Tom wakes early the next morning while the camp is still sleeping. He wanders around and meets the Wallaces, who invite him to have breakfast with them. They tell Tom that they have been working for twelve days and take him to work along with them, even though they know that his presence will mean less work for them. They walk to work because they had to sell their car for ten dollars; they later saw the car on sale in the same lot for seventy-five. Timothy Wallace says that the job will not last a long time. Mr. Thomas, the employer who is sympathetic to the migrants, must reduce their wages from thirty to twenty-five cents an hour because the bank threatened to refuse further loans unless he did this. He is forced to comply with the wishes of the bank because his land is mortgaged. He then warns them that some men are planning to create trouble at the Weedpatch Saturday dance; then the Deputies will have the excuse to raid the camp and close it on grounds of rioting. The Wallaces tell Tom that the Californians are afraid that the migrants will organize themselves; the owners already call people demanding higher wages "reds." In Tom's mind, this makes all migrants "reds," including himself.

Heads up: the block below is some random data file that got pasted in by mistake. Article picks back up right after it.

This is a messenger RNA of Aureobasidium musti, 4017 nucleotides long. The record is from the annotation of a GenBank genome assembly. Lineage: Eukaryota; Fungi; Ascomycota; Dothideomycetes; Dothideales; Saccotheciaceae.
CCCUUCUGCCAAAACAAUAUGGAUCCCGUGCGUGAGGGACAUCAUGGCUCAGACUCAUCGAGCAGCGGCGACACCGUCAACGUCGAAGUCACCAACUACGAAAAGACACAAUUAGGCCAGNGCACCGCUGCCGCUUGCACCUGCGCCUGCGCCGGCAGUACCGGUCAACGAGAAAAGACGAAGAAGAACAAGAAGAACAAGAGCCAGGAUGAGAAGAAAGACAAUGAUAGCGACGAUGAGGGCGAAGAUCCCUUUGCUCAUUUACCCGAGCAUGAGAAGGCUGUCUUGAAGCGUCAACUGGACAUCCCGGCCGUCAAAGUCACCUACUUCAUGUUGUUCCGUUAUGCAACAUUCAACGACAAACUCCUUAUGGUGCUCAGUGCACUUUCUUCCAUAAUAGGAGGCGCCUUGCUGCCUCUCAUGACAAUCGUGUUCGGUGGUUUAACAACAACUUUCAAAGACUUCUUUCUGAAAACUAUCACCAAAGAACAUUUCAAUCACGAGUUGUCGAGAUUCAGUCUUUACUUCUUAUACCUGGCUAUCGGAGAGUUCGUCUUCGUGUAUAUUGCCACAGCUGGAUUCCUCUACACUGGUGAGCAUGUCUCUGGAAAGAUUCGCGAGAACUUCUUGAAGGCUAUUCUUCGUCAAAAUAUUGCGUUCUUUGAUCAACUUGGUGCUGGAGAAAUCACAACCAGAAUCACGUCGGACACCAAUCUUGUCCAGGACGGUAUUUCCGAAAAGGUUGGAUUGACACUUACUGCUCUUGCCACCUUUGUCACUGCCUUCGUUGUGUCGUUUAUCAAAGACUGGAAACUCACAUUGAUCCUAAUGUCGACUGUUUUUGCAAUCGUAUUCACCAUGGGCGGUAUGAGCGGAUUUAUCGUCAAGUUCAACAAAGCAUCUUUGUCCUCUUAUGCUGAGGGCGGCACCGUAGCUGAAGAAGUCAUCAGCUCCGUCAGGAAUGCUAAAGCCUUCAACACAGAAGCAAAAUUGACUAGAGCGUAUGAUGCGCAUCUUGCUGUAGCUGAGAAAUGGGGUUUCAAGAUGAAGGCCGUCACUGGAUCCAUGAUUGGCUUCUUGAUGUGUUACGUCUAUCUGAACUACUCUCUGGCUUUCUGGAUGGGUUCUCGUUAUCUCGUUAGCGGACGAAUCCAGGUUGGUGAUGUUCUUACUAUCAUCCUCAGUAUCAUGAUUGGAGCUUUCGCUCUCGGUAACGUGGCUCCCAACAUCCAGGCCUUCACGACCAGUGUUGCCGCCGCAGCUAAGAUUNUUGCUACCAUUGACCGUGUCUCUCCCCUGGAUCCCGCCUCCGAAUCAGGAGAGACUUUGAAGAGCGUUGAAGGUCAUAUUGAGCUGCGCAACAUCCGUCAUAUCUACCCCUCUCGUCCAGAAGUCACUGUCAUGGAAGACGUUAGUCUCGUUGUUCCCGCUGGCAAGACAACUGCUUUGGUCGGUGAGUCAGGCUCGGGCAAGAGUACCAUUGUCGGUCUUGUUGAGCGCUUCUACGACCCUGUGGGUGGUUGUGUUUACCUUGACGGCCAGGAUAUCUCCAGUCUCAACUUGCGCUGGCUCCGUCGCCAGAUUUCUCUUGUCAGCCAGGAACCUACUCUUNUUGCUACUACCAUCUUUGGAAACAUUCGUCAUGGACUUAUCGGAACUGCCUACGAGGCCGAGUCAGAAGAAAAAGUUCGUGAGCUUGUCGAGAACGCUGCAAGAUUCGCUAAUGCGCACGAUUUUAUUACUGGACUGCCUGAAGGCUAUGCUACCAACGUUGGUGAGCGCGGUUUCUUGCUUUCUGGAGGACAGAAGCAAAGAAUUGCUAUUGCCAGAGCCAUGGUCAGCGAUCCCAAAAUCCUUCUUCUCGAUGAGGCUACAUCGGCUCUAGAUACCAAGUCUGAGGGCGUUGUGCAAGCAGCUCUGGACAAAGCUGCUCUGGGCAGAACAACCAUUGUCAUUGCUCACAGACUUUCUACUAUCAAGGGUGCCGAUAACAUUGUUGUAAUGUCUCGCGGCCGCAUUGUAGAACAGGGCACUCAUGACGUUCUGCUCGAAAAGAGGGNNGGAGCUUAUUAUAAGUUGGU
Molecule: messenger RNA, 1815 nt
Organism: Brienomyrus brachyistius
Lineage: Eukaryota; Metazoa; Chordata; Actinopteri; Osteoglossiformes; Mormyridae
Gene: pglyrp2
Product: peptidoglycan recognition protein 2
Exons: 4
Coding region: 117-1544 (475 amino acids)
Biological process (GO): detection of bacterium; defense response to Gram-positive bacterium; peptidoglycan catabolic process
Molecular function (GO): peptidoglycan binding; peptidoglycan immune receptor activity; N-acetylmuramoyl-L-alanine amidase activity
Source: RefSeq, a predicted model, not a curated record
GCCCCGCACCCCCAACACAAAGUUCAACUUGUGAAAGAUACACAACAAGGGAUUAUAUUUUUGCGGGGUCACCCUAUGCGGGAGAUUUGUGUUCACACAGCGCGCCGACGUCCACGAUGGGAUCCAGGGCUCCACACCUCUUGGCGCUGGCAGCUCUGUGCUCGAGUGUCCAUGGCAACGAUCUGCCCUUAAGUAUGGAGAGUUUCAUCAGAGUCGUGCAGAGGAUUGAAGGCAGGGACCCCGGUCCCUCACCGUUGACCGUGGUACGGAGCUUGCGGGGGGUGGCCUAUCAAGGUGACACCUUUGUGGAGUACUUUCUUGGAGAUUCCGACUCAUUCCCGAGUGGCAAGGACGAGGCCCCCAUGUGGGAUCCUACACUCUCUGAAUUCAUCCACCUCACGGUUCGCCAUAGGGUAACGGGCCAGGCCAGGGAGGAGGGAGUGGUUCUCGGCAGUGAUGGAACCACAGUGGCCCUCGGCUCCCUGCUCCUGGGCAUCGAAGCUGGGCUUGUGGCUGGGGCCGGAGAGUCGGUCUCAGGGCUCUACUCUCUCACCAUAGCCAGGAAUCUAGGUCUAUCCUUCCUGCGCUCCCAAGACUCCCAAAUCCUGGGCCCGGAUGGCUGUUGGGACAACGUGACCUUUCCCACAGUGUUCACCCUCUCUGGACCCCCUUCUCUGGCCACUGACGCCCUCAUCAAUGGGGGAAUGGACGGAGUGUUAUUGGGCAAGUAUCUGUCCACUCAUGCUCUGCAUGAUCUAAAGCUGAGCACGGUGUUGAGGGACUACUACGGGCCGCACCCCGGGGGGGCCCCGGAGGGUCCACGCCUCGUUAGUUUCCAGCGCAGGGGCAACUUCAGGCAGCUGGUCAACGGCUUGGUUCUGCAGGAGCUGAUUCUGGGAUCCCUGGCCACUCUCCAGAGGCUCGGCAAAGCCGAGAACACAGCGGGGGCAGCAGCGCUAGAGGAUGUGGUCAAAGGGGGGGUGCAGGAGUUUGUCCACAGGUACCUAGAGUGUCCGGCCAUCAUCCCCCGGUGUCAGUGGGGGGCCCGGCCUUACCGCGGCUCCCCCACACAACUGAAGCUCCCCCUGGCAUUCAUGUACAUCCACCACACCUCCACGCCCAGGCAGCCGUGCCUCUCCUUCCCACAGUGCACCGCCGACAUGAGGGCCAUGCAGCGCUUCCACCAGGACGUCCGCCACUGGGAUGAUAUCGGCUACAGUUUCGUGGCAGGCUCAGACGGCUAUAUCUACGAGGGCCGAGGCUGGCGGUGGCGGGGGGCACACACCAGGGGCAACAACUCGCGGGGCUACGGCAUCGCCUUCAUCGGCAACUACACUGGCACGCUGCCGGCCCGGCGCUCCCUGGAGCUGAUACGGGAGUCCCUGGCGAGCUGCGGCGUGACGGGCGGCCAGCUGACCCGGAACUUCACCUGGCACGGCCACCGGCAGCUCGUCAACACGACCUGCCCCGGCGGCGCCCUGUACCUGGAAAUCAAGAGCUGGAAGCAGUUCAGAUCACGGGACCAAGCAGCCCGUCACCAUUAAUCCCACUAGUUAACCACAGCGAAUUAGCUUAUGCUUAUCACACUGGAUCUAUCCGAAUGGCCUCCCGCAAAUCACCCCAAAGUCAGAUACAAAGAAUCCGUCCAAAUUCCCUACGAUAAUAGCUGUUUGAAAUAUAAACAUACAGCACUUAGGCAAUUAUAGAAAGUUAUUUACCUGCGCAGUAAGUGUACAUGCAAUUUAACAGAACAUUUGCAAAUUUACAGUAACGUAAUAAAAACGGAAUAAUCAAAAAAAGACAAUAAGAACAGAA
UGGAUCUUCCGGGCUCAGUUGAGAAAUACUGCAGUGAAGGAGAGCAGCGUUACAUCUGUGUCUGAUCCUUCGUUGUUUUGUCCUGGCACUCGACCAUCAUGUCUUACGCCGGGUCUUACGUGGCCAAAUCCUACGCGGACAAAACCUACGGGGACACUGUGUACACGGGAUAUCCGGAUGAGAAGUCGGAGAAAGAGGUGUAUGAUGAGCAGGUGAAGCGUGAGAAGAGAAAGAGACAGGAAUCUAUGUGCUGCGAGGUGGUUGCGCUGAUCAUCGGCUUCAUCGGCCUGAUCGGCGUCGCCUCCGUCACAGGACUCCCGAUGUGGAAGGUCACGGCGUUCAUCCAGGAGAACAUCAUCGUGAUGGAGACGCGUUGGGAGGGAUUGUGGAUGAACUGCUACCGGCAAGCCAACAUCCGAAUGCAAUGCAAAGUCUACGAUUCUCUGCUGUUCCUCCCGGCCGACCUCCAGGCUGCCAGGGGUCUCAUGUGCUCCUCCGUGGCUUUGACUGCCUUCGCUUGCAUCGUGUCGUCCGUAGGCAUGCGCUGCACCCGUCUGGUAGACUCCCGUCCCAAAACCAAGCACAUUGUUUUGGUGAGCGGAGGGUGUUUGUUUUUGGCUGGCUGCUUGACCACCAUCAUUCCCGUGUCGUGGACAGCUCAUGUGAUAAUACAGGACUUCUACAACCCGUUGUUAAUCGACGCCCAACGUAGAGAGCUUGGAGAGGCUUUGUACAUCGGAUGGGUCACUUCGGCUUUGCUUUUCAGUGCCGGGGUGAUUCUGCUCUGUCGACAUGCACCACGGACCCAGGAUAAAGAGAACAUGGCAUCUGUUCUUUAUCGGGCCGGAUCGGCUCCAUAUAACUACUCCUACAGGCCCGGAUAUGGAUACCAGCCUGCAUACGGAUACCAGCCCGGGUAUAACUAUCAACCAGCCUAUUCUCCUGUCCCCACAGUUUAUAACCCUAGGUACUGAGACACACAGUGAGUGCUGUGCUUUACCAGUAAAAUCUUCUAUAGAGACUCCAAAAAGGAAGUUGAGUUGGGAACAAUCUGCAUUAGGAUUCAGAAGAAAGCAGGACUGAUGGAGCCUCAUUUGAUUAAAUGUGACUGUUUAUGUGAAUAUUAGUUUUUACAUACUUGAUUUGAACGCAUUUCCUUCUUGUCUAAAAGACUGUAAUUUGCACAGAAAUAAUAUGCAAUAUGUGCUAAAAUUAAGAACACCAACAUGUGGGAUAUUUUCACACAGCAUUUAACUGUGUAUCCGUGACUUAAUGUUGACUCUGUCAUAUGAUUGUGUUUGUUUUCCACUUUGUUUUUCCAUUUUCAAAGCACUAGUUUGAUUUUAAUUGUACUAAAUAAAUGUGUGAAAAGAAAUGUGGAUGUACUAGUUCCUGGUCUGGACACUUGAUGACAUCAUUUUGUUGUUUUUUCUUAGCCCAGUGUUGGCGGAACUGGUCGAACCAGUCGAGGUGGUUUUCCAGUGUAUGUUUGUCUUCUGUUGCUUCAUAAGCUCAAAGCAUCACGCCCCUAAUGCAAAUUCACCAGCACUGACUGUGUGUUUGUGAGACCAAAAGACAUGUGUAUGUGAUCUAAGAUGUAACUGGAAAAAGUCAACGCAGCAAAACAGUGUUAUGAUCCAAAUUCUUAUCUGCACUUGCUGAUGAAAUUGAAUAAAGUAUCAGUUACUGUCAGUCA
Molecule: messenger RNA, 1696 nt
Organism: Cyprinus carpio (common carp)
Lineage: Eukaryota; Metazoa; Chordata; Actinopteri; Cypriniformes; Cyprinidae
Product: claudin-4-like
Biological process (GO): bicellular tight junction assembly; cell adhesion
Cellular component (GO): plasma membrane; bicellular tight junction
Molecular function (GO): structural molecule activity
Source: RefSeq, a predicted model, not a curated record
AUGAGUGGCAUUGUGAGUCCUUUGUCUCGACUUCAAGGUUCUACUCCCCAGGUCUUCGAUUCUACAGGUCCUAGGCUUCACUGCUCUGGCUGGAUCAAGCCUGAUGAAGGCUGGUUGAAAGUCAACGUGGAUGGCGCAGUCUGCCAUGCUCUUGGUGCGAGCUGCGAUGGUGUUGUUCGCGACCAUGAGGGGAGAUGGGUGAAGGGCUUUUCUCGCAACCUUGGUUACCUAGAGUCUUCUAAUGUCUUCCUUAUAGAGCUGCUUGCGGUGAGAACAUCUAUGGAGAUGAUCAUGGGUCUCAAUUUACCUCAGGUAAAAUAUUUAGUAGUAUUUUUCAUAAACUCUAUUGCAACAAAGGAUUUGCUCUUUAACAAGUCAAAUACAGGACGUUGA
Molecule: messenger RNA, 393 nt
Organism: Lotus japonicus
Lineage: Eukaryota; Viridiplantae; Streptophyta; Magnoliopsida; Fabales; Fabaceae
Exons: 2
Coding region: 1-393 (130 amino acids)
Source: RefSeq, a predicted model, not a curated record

Ruthie and Winfield explore the toilets in the sanitary unit of the camp. Winfield accidentally flushes a toilet, and the children think that they have broken it. They go to fetch Ma to show her. She is delighted with the toilets, but she is in the men's section and is told by an elderly man to use the women's section on the other side of the building. He also tells her that a ladies committee will visit her soon and explain the rules of the camp. Ma wakes up everybody and sends them to clean themselves. The camp manager, Jim Rawley, comes by while Ma is preparing breakfast and has coffee with her. Pa suspects that the manager is probably snooping around, but Ma says that the camp is clean and that "I feel like people again." Rose of Sharon comes in after having a bath and tells Ma of the shower stalls. Ma is really happy and says, "Praise God, we come home to our own people." She also goes to have a bath. When Rose of Sharon is alone, a woman who calls herself a "deep down Jesus-lover" warns Rose of Sharon that two girls have recently given birth to stillborn babies because of their sins of play-acting and hug-dancing. She also considers Jim Rawley to be Satan because he thinks that the actual sins are starvation and cold. When the woman leaves, Rose of Sharon starts crying. The manager, who is nearby, comforts her and says that although the woman means well, she makes people unhappy. He explains that the babies were stillborn because the women were under-nourished and physically exhausted due to working too hard. Ma returns and reassures Rose of Sharon that what the woman has said is utter rubbish.